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ANSWERED Re-engineering the Shift Spring

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fwiw to me... the stock spring is worth $Zero.00   If I had not already "potentially" permanently fixed my own spring, I would likely pay whatever it cost for a ScudChuck spring. I want to buy one anyway, to contribute to a very worthy cause... and, so I will own one :)

 

50 for $50 is very optimistic. :rolleyes:  

 

  :notworthy::luigi:

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50 for $50 is very optimistic.  :rolleyes:  

 

Uhh, yeah. Early on in this project, I think Scud was talking around $300 to get 25 made. I'm guessing the world demand is somewhere between 50-100.   :) There's not a lot of money to be made on Guzzi parts.. MGCycle wants $8.63 for it.

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So $20 for a spring that won’t brake?

 

Not the worst job to replace one of these springs but a few precious hours wrenching/riding. Totally worth it!

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50 for $50 is very optimistic.  :rolleyes:  

 

Uhh, yeah. Early on in this project, I think Scud was talking around $300 to get 25 made. I'm guessing the world demand is somewhere between 50-100.   :) There's not a lot of money to be made on Guzzi parts.. MGCycle wants $8.63 for it.

 

 

 

50-100 is just what I would guess as well. and $300 for 25pc sounds very reasonable. I would imagine a set up charge is involved too.

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It was $300 for 50 springs, and $400 for 100 springs. This was to duplicate the original spring. I assume the price would go up a little for thinner wire with an extra loop (coil) - but maybe not. I think the expense is mostly in the labor.

 

Chuck - maybe you and I could talk about it next week after I get home from my trip.

 

I wonder if that place could make us a batch of sidestand wire loop thingies at the same time?

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50 for $50 is very optimistic.  :rolleyes:  

 

Uhh, yeah. Early on in this project, I think Scud was talking around $300 to get 25 made. I'm guessing the world demand is somewhere between 50-100.   :) There's not a lot of money to be made on Guzzi parts.. MGCycle wants $8.63 for it.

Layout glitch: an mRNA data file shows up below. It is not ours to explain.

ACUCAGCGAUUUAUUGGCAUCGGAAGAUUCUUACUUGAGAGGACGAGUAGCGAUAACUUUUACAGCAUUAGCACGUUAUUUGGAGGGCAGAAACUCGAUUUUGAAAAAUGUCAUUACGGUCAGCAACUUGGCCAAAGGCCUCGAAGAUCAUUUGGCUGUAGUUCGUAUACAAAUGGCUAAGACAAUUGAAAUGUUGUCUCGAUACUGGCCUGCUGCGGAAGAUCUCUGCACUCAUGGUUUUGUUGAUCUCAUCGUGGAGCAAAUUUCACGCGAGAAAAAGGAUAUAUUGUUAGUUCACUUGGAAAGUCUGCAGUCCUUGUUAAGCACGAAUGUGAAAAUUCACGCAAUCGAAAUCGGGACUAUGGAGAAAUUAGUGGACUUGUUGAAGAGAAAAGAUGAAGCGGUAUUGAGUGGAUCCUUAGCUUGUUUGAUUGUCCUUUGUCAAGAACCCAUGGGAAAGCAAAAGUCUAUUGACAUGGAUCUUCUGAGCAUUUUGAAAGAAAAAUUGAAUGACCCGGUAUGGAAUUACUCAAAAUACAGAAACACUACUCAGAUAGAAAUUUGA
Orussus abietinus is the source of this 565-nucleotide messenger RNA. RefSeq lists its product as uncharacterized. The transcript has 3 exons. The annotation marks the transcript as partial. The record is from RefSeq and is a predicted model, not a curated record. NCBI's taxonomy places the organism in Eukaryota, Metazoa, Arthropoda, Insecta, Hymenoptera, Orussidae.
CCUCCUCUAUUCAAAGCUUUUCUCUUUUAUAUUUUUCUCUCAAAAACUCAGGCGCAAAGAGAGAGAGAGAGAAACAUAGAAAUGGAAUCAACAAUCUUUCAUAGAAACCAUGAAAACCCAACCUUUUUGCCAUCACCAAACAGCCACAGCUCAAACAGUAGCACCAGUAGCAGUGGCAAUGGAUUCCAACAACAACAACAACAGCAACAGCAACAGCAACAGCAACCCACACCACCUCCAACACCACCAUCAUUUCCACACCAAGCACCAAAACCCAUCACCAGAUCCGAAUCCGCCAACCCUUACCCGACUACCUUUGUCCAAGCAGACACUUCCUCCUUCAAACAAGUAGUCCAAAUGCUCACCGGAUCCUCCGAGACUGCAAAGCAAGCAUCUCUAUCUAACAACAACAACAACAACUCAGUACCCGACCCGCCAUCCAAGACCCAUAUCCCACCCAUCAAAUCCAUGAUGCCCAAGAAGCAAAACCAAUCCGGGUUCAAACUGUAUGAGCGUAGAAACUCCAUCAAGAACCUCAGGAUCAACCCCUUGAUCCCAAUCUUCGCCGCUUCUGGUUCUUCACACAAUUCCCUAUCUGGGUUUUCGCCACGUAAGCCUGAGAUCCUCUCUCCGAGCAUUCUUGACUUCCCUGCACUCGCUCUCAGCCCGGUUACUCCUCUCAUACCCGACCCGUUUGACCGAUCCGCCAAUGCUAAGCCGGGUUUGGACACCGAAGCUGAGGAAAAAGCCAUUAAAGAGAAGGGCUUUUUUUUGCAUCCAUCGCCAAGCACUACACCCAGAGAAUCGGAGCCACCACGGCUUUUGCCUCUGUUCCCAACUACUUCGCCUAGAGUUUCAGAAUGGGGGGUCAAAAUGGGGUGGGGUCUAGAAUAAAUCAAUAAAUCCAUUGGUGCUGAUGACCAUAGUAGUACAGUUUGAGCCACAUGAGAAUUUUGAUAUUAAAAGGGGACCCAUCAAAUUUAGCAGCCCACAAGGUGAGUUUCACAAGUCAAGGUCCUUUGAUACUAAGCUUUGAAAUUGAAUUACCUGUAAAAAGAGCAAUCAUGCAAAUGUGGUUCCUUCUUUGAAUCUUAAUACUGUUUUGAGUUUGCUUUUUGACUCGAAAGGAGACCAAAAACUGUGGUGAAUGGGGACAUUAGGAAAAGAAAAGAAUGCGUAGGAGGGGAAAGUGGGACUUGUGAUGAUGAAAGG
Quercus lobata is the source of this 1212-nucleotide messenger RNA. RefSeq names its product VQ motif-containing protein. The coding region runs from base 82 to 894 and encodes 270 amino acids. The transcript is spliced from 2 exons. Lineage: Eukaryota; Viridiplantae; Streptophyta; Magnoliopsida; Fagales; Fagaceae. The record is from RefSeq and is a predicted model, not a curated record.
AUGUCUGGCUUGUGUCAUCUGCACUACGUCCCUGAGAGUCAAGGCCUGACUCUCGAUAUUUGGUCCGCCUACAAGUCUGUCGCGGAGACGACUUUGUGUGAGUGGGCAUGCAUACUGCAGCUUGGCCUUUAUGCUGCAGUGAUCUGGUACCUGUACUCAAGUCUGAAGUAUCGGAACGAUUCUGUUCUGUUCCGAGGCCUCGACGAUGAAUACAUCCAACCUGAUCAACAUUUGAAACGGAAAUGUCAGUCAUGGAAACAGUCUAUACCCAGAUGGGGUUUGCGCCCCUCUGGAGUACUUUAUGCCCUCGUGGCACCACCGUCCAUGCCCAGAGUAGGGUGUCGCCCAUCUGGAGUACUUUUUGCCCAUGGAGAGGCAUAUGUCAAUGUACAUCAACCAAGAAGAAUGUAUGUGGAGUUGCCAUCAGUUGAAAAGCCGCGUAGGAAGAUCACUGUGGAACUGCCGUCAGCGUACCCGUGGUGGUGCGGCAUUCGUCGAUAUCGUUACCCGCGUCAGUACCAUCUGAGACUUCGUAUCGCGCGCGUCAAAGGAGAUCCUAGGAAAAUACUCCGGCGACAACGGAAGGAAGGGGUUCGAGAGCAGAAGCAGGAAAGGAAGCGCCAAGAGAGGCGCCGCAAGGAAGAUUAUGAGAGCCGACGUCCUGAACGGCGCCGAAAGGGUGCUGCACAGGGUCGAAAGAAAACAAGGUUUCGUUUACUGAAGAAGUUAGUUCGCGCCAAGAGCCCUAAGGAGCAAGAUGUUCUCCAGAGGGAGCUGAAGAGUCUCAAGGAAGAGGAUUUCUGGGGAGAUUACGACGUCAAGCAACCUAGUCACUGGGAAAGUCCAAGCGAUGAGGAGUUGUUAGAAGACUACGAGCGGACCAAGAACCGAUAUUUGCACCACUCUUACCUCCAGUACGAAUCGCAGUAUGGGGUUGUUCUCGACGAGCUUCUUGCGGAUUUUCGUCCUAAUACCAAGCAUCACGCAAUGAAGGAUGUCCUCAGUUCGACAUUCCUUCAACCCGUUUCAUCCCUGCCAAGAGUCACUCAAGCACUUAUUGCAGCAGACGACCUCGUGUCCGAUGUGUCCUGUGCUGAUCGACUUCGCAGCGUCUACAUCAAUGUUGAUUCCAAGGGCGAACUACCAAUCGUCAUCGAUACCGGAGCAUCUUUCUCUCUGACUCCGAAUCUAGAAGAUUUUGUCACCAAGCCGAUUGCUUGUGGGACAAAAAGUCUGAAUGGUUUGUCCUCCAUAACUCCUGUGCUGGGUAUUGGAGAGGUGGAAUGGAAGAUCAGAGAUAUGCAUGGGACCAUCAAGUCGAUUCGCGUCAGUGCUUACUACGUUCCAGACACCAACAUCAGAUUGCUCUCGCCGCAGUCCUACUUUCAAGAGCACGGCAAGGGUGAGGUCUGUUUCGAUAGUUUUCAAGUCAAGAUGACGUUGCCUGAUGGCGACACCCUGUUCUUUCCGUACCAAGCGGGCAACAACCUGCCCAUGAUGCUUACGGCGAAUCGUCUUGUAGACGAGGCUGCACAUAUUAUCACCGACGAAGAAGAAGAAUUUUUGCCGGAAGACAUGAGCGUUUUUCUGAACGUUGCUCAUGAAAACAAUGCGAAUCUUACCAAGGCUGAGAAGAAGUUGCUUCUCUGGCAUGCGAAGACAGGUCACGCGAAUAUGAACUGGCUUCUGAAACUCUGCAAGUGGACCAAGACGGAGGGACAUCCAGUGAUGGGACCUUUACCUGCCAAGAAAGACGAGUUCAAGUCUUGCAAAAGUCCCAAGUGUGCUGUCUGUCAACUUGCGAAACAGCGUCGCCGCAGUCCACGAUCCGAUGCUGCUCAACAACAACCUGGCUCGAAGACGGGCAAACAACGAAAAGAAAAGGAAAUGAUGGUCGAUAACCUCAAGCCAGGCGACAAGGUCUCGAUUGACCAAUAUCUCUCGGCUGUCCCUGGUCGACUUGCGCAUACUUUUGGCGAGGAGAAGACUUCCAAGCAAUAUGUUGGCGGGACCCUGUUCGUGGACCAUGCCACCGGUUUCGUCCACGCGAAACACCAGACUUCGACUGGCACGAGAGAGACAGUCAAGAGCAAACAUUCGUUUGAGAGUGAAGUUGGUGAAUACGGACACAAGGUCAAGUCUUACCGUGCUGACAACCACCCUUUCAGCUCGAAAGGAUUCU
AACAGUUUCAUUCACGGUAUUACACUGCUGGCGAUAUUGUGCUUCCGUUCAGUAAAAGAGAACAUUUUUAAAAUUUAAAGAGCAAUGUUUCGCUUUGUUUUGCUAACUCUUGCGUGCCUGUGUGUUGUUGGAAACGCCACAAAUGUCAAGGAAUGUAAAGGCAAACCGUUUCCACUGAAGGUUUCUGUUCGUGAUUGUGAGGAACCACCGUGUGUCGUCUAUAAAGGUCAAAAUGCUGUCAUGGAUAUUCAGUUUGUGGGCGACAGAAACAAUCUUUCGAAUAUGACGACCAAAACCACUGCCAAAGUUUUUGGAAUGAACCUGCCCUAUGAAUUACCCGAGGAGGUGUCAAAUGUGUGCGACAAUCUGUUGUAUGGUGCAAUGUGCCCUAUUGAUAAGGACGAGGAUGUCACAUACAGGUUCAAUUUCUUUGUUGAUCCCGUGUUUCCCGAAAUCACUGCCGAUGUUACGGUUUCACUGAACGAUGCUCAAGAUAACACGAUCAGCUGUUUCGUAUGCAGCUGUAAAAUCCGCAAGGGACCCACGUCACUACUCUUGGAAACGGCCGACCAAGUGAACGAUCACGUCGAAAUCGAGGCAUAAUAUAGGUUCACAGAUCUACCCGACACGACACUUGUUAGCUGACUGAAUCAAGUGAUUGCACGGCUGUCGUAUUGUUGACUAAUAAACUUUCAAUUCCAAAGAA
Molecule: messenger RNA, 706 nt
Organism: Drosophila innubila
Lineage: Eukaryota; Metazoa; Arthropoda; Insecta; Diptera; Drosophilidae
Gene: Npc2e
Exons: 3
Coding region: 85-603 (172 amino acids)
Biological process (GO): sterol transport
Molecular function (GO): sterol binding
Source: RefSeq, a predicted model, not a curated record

Well I'll take 3, one for my fitted gearbox, 1 for my spare gearbox and 1 as a spare. I love spares. So thats 97 for the rest of the world:) 

 

Ciao

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It was $300 for 50 springs, and $400 for 100 springs. This was to duplicate the original spring. I assume the price would go up a little for thinner wire with an extra loop (coil) - but maybe not. I think the expense is mostly in the labor.

 

Chuck - maybe you and I could talk about it next week after I get home from my trip.

 

I wonder if that place could make us a batch of sidestand wire loop thingies at the same time?

For a low volume job like this, the money is in the setup. The wire is almost free. They probably have computerized coil winders, so not much labor once set up. That's how that 9 cents apiece for 20,000 parts factors in.

 

 

So $20 for a spring that won’t brake? 

 Oh, I'd make them all day for 20 bucks apiece.. but that sounds like work. Had a job..  :oldgit:

Look, we don't even know if they will work in the real world yet. Our Southwestern testing division is on holiday..

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Final testing this morning on the Lifetime Guaranteed Imperishable Pawl Spring ™.

 

First, the stock Guzzi spring:

In neutral, 1750 grams

Upshift 500 grams

Downshift off the scale, but my fish scale :huh2:  says 5 lbs. That translates to 2268 grams.

 

Now, the sacked 17000 mile Guzzi spring:

Neutral 1100 grams

Upshift.. absolutely nothing.

Downshift 2000 grams.

 

LGIPS:  :)

Neutral 850 grams

Upshift 400 grams

Downshift 1250 grams

 

Pretty easy to see why the Guzzi spring breaks on the down shift..and why the lever occasionally doesn't return to neutral on the downshift. There is a *lot* of pressure on the selector shaft. (no. 27 in the parts breakout) on the downshift.

 

I'll make a couple for Scud and keep this one for the Mighty Scura.

"King.. this case is closed."  

Maybe

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I wonder if that place could make us a batch of sidestand wire loop thingies at the same time?

 

I wouldn't want those made unless they were better than the stock ones.

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Final testing this morning on the Lifetime Guaranteed Imperishable Pawl Spring ™.

 

First, the stock Guzzi spring:

In neutral, 1750 grams

Upshift 500 grams

Downshift off the scale, but my fish scale :huh2:  says 5 lbs. That translates to 2268 grams.

 

Now, the sacked 17000 mile Guzzi spring:

Neutral 1100 grams

Upshift.. absolutely nothing.

Downshift 2000 grams.

 

LGIPS:  :)

Neutral 850 grams

Upshift 400 grams

Downshift 1250 grams

 

Pretty easy to see why the Guzzi spring breaks on the down shift..and why the lever occasionally doesn't return to neutral on the downshift. There is a *lot* of pressure on the selector shaft. (no. 27 in the parts breakout) on the downshift.

 

I'll make a couple for Scud and keep this one for the Mighty Scura.